Financial Incentives and Fertility
Tel Aviv University - Eitan Berglas School of Economics; Harvard Law School; National Bureau of Economic Research (NBER)
Rajeev H. Dehejia
New York University (NYU) - Robert F. Wagner Graduate School of Public Service; National Bureau of Economic Research (NBER); Institute for the Study of Labor (IZA); CESifo
Government of the State of Israel - Israel Central Bureau of Statistics
April 30, 2009
CELS 2009 4th Annual Conference on Empirical Legal Studies Paper
This paper investigates how fertility responds to changes in the price of a marginal child. We construct a large, individual-level panel data set of over 300,000 Israeli women during the period 1999–2005 with comprehensive information about their fertility histories, education, religious affiliation, ethnicity, and income. We exploit variation in Israel’s child subsidy program to identify changes in the price of a marginal child. We find a statistically significant and positive price effect on fertility: the marginal child subsidy increase the probability of pregnancy in a give year by 0.99 percentage point in our preferred specification. This positive effect is present for all religious and ethnic subgroups, including the Ultra-Orthodox Jewish population who’s social and religious norms discourage family planning. There is also a significant price effect on fertility among women who are close to the end of their lifetime fertility, suggesting that at least part of the effect that we estimate is due to a reduction in total fertility. As expected, the child subsidy has the strongest effect for households in the lower range of the income distribution, and it weakens with income. Finally, we investigate the effect that changes in the household income have on fertility choices, using the lag of the husband’s income as an instrument for the current household income. Consistent with Becker (1960) and Becker and Tomes (1976), we find that the income effect is small in magnitude and is negative at low income levels and positive at high income levels.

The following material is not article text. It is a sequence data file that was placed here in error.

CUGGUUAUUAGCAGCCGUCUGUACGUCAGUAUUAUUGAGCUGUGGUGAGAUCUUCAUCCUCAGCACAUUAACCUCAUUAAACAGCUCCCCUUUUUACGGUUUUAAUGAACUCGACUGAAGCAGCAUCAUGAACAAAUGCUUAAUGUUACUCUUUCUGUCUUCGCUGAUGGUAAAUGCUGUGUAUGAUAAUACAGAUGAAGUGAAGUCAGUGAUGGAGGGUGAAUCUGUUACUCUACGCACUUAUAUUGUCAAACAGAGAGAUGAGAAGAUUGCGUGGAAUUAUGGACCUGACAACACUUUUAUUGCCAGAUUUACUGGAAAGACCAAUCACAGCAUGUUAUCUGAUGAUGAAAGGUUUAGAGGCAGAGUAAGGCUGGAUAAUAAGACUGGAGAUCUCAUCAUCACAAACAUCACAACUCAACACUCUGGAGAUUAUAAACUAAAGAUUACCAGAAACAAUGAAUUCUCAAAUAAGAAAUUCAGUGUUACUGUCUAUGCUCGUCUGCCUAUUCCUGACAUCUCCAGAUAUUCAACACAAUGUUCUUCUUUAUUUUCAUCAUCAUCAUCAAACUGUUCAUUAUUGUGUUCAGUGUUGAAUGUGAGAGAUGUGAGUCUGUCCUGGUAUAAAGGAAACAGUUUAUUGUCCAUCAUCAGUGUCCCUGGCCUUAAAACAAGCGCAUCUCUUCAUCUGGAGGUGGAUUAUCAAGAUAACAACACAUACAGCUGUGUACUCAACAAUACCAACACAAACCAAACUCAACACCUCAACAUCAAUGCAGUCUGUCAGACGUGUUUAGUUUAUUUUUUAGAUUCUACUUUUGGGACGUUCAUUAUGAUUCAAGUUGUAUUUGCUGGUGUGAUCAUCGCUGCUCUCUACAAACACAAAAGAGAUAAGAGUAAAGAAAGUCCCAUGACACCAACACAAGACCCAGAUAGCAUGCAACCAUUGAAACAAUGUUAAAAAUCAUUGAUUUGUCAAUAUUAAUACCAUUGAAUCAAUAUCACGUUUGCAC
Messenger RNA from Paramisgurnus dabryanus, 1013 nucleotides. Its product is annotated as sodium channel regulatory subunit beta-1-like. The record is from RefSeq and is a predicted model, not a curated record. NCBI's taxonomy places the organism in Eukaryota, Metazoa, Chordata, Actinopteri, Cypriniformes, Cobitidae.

Number of Pages in PDF File: 45
Keywords: fertility, child subsidies, child allowances
JEL Classification: D1, H31, I38, J13, K36
Date posted: August 6, 2009 ; Last revised: November 16, 2009
© 2015 Social Science Electronic Publishing, Inc. All Rights Reserved.
This page was processed by apollo8 in 0.266 seconds